A new research has found that mushrooms may just be able to keep cancer at bay. Mushrooms are rich in antioxidants, nutrients, and vitamins that may help fight cancer and develop immunity, say researchers.
While addressing the health benefits of mushrooms in a session Monday at the Institute of Food Technologists Annual Meeting and Food Expo in New Orleans, several scientists pointed out that this food item contains antioxidants, selenium, riboflavin, and other healthful substances that protect the immune system and fight cancer.
Dr. Lana Zivanovic, a researcher in the Department of Food Science and Technology at the University of Tennessee, said that mushrooms contained high amounts of beta-glucans, compounds that help keep immune cells in a state of vigilance and thereby guard against disease.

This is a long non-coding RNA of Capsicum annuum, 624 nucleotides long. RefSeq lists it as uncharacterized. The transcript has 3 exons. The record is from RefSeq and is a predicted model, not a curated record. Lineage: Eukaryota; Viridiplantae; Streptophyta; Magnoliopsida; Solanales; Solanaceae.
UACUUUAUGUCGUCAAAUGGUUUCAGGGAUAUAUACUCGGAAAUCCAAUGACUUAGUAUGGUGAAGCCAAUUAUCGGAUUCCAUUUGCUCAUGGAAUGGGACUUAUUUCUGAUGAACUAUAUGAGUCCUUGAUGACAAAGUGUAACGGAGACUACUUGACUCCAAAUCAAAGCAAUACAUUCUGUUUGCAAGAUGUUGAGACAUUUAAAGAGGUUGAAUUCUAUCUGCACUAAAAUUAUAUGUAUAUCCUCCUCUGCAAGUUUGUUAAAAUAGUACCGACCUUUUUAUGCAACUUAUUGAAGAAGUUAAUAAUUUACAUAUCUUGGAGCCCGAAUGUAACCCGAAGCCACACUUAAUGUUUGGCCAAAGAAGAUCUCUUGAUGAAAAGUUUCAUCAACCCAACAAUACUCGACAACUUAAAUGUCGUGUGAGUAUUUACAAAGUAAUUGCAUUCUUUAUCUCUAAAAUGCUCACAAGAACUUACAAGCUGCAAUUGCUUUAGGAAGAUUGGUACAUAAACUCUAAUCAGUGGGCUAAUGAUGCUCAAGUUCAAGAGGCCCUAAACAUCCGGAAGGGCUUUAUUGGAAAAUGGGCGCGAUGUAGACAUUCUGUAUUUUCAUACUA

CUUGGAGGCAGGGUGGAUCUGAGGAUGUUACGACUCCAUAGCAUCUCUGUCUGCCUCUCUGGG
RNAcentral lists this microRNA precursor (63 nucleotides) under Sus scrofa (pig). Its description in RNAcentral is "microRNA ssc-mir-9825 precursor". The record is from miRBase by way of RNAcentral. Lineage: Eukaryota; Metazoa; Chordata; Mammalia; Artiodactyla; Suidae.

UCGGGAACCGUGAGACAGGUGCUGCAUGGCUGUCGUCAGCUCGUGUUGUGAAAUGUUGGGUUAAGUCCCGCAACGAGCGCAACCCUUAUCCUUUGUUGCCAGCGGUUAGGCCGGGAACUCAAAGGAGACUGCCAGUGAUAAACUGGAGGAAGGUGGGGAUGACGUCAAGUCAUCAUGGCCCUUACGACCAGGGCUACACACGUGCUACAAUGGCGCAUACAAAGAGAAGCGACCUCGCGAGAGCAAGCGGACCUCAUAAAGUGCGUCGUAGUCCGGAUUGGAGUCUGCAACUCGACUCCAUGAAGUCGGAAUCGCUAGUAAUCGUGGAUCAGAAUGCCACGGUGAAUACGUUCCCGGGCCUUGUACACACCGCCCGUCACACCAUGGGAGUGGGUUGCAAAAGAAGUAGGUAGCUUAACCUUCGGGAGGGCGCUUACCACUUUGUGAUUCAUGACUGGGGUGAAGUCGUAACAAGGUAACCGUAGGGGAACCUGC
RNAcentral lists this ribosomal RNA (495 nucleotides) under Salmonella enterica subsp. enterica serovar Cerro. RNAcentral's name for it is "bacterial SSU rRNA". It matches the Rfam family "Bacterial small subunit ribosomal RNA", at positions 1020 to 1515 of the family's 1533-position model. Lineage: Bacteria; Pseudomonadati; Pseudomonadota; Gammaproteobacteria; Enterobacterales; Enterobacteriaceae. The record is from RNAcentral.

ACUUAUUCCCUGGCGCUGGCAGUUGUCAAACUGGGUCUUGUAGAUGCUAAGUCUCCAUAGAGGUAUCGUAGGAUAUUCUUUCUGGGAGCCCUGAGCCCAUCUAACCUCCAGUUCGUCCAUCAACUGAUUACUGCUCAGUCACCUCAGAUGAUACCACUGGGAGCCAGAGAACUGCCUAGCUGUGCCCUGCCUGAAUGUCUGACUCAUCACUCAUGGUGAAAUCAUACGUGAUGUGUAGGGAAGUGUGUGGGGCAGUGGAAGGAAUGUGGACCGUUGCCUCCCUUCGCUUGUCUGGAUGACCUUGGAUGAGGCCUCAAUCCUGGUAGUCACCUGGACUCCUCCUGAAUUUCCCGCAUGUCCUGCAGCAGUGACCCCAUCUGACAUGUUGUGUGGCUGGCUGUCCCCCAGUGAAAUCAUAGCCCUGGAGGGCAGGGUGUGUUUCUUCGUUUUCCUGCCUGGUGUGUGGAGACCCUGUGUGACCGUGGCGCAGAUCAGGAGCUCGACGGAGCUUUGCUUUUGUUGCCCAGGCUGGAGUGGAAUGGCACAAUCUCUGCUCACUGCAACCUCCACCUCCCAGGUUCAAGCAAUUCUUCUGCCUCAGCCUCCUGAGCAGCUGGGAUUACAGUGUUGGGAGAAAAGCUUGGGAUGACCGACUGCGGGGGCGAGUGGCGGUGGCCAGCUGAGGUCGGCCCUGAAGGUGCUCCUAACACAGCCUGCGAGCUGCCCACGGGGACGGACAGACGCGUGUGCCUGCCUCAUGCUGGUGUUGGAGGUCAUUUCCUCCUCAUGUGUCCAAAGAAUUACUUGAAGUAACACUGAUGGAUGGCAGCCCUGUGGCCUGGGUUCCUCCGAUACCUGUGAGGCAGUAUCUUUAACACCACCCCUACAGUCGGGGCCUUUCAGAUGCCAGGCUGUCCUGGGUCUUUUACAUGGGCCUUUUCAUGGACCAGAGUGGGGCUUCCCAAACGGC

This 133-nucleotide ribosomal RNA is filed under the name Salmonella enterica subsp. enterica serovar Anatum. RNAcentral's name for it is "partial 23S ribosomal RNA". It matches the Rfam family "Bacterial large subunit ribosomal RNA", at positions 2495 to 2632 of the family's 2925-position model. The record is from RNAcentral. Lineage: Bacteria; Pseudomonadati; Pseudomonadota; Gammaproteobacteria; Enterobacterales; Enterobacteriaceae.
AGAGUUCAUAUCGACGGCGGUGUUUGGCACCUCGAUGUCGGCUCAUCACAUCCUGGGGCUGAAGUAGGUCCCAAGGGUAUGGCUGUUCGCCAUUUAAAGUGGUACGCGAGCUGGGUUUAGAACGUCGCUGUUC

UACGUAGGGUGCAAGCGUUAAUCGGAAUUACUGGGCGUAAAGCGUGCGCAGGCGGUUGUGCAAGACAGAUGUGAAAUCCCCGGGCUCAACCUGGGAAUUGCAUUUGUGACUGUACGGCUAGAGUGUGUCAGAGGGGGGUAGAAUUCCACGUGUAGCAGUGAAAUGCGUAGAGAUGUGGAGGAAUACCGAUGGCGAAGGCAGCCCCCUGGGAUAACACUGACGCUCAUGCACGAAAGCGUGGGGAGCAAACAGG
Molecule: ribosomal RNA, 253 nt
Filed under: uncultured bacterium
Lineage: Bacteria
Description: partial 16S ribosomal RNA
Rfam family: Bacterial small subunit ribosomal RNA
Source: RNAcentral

Dr. Shiuan Chen, director of surgical research at the Beckman Research Institute in California, revealed that mushrooms were rich in cancer-fighting substances.
He said that lab experiments had found mushrooms' cells to contain mechanisms that suppress breast and prostate cancer cells.
He even revealed that he was following up his study with clinical trials funded by the Mushroom Council, the results of which should be out in a year.
The researcher said that, so far, his team had discovered that mushrooms contain an antioxidant called ergothioneine, which contributes to immune support and protection of the eyes, skin, liver, kidneys, and bone marrow.
Dr. Joy Dubost, principal nutritionist at PepsiCo, said that her studies had shown that stressful growing conditions might help mushrooms produce more of the antioxidants.
The scientists making presentations at the event also pointed out that mushrooms contained robust amounts of selenium, vitamin D and potassium.
Dr. Robert Beelman from the Department of Food Science at Pennsylvania State University said that white button mushrooms had more protein, potassium, copper, and selenium than oyster or shitake mushrooms.